No 932 Posted by fw, December 15, 2013
“Controversy continues to swirl around both the National Energy Board and Enbridge Inc’s Line 9 proposals that the NEB is expected to rule on in January. Revelations this week include a large Line 9 spill that the company failed to report to the affected municipality and evidence that an association representing Enbridge and other energy corporations virtually dictated federal changes to the NEB that restricted public input into the regulator’s decision-making process.” —CATCH News (Hamilton)
To read the original CATCH News’ story click on the following linked title. Or read a slightly edited version below.
Controversy continues to swirl around both the National Energy Board and Enbridge Inc’s Line 9 proposals that the NEB is expected to rule on in January. Revelations this week include a large Line 9 spill that the company failed to report to the affected municipality and evidence that an association representing Enbridge and other energy corporations virtually dictated federal changes to the NEB that restricted public input into the regulator’s decision-making process. Those changes were among problems cited last month by [the Mowat Centre], “Ontario’s voice on public policy” in a remarkably frank discussion of the pluses and minuses – mostly the latter – of the effect of tar sands pipeline proposals on Canada’s largest province. [See The Politics of Pipelines: Ontario’s Stake in Canada’s Pipeline Debate, a Mowat Centre publication]
The Mowat Centre was set up at the University of Toronto five years ago by the Ontario government. Its pipeline review co-authored by founder and director Matthew Mendelsohn points to severe climatic impacts, safety concerns, damage to the manufacturing sector and the minimal economic benefits of oil sands expansion as reasons for the province to demand a different approach by Alberta and the federal government.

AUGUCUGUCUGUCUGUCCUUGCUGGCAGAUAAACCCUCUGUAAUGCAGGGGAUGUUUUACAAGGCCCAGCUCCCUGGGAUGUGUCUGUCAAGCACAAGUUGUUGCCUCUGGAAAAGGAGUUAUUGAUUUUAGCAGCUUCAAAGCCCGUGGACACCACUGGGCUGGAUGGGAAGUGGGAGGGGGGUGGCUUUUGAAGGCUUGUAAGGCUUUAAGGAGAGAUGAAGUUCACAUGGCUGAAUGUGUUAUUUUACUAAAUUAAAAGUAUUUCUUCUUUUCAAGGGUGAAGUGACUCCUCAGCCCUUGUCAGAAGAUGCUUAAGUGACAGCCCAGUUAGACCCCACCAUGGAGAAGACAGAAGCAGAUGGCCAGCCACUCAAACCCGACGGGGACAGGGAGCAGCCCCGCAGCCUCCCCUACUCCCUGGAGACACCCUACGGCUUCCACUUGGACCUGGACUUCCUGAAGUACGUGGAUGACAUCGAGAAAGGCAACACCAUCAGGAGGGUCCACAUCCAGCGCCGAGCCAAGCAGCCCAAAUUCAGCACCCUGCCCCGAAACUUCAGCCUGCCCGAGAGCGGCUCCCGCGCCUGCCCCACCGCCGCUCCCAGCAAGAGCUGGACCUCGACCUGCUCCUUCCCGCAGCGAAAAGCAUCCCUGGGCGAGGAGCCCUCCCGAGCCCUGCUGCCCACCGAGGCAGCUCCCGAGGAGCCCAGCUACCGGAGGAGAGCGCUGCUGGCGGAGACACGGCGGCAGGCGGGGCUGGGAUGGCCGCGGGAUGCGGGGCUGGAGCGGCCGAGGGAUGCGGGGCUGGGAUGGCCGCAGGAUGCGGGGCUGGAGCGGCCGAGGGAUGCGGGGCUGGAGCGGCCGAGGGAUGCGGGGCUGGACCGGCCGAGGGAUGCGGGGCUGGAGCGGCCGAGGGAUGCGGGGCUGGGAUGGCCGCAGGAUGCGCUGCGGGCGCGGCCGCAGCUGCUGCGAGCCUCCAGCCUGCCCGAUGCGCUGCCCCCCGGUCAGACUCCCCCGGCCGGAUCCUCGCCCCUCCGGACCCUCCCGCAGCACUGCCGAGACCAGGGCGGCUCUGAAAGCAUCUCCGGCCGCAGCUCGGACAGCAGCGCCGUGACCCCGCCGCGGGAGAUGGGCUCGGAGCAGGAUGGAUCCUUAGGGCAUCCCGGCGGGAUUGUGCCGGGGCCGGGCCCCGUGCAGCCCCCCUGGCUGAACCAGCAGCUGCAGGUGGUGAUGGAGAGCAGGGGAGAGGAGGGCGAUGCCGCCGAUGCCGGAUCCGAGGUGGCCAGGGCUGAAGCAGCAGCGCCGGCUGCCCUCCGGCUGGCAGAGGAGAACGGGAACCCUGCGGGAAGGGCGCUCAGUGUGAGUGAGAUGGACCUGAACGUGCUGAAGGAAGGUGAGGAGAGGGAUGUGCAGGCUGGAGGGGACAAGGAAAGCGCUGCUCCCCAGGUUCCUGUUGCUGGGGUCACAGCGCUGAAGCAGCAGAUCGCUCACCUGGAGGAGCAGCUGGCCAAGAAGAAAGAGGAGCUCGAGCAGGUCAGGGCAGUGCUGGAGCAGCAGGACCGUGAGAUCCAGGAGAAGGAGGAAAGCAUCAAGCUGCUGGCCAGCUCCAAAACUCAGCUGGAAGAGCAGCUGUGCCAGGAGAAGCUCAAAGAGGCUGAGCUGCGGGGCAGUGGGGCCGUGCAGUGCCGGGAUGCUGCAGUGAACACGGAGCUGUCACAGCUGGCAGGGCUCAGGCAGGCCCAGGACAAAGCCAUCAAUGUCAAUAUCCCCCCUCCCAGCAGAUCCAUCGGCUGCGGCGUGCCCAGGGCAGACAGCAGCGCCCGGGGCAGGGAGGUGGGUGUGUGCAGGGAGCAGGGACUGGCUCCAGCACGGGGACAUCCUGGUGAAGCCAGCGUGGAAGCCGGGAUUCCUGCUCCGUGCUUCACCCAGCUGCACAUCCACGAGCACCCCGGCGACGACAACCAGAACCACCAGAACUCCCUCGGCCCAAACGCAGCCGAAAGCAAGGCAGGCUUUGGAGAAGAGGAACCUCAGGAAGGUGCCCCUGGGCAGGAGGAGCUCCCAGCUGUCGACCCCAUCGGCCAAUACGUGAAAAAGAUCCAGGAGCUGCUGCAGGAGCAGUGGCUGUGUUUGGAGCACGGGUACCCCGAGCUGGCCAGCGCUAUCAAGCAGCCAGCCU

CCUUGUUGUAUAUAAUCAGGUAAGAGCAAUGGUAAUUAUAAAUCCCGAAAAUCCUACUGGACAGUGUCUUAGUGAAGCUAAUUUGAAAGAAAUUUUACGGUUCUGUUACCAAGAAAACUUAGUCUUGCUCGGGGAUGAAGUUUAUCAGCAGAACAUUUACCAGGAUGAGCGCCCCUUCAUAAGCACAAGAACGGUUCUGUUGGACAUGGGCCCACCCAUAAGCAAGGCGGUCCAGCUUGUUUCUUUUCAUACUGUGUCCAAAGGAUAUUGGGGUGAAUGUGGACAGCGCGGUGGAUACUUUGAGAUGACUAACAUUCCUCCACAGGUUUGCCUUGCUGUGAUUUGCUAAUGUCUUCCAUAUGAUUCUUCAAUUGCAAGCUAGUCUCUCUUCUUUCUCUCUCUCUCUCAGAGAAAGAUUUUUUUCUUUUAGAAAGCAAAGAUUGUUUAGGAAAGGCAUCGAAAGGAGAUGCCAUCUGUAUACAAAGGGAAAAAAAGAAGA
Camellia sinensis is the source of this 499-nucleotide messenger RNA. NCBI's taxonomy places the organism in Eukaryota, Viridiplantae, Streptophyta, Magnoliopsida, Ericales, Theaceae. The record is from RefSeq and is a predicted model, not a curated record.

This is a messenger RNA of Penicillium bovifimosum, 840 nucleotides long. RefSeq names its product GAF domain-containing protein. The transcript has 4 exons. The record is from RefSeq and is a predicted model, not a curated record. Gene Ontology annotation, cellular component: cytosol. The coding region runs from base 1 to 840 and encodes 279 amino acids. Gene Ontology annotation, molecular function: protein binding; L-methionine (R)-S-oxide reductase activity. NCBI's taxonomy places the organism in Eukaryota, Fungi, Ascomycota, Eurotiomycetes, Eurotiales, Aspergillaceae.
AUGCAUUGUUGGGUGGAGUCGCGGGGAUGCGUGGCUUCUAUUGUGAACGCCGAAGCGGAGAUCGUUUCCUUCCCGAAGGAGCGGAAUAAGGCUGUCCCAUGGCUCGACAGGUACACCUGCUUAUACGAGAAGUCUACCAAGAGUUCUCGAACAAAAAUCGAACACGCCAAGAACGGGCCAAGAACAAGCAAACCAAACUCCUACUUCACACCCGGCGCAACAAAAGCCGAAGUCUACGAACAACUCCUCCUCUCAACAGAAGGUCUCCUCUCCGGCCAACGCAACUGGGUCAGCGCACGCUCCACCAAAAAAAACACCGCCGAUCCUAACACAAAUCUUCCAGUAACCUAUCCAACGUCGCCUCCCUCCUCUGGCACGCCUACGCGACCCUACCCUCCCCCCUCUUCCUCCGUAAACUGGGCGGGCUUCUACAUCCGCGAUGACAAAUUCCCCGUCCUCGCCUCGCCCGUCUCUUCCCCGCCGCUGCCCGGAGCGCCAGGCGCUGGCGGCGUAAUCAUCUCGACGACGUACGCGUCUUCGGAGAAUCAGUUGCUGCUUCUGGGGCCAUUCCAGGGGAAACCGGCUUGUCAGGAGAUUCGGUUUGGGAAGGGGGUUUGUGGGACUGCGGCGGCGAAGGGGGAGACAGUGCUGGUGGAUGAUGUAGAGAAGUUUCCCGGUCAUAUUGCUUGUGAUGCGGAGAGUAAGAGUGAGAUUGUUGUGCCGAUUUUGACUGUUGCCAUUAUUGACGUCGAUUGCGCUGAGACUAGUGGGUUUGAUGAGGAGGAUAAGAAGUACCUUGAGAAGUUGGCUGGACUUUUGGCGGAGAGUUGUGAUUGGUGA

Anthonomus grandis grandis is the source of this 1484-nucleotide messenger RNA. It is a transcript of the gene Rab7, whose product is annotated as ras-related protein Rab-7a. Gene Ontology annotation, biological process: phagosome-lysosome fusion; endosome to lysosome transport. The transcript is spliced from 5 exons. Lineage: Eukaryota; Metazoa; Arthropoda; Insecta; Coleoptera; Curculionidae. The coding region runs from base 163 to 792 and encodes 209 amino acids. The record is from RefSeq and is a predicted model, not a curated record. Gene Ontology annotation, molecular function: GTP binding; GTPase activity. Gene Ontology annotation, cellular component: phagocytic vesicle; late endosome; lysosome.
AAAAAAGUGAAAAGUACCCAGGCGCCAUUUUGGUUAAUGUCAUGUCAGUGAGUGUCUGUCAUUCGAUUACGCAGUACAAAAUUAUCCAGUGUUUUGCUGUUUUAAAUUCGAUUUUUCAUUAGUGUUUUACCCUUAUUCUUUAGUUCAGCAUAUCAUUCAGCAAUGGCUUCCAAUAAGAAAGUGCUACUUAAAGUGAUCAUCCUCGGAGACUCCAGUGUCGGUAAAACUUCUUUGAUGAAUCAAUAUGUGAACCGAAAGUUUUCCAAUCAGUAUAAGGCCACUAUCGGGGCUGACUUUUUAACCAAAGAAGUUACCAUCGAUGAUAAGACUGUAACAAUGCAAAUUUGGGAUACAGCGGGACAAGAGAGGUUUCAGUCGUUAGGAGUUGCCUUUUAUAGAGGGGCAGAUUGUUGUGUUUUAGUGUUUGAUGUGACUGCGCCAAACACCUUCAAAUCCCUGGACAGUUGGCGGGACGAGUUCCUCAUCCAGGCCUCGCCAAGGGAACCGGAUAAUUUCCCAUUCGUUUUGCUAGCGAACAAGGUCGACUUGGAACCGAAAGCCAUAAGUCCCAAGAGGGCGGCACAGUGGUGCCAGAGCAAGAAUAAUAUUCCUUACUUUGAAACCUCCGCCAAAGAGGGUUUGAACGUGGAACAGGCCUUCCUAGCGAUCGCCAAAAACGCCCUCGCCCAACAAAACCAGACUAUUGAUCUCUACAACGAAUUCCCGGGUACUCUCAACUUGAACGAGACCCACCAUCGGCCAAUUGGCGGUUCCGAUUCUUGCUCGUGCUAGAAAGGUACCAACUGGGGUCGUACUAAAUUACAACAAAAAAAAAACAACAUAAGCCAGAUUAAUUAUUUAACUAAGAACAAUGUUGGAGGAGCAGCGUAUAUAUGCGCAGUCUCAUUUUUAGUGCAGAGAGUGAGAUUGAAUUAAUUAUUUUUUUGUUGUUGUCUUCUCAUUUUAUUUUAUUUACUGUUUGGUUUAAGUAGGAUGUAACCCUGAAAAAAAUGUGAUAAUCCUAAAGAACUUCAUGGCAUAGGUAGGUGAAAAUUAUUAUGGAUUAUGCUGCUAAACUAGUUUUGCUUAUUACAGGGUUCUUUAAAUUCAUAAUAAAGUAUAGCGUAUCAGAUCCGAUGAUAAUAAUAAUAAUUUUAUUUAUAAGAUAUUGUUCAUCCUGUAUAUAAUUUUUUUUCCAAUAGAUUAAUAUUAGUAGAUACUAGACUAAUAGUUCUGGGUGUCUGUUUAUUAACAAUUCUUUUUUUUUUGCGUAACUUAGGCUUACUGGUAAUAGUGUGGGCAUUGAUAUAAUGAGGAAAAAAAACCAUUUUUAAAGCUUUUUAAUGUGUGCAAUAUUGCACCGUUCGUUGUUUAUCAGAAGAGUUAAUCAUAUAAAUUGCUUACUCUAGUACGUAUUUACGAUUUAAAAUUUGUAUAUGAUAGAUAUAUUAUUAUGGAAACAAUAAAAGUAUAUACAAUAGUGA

While noting Ontario’s support for “Alberta’s continued prosperity” and inclination to therefore support pipelines, the Mowat review points to “legitimate concerns regarding [their] environmental safety” that are “real and should be treated as such”. It also contends that “new oil pipeline infrastructure is only needed if expansion in the oil sands is envisioned” which it says is completely undermining efforts to reduce greenhouse gas emissions.
“For nearly a decade, Ontario has confronted a federal government that refuses to recognize the contribution that Ontarians are making to reducing emissions while allowing the emissions from the oil sands to continue increasing unabated. So long as the federal government – and the government of Alberta – support a climate change policy that asks Ontarians – and other Canadians – to carry the largest burden and pay the biggest financial cost for reducing emissions, there are good reasons for Ontario to oppose pipeline development that will only exacerbate climate change.”
The review is equally blunt about the direct economic impact of tar sands expansion where “almost all of the economic benefits flow to Alberta” – 94% by some estimates” while Ontario industry pays a steep price in lost exports and jobs.